Understanding the human mind in biological terms has emerged as the central challenge for science in the 21st century. We want to understand the biological nature of perception, learning, memory, thought, consciousness and the limits of free will. That biologists would be in a position to explore these mental processes was unthinkable even a few decades ago. Until the middle of the 20th century, when I began my career as a neuroscientist, the idea that mind, the most complex set of processes in the universe, might yield its deepest secrets to biological analysis and perhaps do this on the molecular level could not be entertained seriously.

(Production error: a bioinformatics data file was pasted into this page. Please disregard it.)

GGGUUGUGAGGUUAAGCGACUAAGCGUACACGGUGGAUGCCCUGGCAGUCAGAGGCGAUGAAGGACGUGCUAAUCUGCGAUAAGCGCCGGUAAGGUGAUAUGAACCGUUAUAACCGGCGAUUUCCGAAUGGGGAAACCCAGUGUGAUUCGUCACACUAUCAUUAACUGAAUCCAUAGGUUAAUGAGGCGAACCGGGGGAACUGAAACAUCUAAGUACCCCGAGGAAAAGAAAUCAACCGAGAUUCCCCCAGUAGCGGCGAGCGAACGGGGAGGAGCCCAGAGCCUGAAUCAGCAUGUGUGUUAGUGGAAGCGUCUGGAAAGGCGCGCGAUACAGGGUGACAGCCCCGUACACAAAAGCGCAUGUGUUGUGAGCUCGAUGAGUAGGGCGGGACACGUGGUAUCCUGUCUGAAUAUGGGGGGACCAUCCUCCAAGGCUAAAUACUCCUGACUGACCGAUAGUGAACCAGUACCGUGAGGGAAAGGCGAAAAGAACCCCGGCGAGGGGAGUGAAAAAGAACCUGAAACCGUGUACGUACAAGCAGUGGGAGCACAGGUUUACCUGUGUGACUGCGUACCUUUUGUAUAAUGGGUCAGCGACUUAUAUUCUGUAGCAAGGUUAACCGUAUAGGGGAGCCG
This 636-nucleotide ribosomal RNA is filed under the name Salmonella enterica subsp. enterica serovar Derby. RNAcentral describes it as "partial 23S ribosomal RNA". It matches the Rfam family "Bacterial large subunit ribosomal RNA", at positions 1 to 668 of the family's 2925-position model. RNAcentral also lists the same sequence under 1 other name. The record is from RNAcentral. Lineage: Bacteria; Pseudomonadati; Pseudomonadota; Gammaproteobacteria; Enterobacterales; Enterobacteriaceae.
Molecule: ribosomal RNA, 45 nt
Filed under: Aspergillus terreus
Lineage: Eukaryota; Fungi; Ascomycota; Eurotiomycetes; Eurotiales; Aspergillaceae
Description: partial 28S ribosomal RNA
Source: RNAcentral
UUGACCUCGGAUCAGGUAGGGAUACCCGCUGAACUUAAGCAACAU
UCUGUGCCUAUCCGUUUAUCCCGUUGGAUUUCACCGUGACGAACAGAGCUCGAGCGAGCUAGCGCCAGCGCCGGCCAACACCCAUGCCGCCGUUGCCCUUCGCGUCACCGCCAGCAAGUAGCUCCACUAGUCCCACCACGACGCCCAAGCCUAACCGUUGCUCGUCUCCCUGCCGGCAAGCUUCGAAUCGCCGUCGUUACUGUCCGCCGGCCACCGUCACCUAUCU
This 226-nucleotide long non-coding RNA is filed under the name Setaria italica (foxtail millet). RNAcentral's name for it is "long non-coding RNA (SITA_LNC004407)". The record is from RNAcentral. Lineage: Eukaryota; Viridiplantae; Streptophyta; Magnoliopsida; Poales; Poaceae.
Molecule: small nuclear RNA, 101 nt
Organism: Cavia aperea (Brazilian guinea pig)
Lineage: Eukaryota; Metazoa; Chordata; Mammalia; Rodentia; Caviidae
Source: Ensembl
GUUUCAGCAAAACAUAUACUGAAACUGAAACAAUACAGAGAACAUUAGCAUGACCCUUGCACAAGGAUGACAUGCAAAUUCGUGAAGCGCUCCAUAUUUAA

The dramatic achievements of biology during the past 50 years have now made this possible. The discovery of the structure of DNA by James Watson and Francis Crick in 1953 revolutionized biology, giving it an intellectual framework for understanding how information from the genes controls the functioning of the cell. That discovery led to a basic understanding of how genes are regulated, how they give rise to the proteins that determine the functioning of cells, and how development turns genes and proteins on and off to establish the body plan of an organism. With these extraordinary accomplishments behind it, biology assumed a central position in the constellation of sciences, in parallel with physics and chemistry.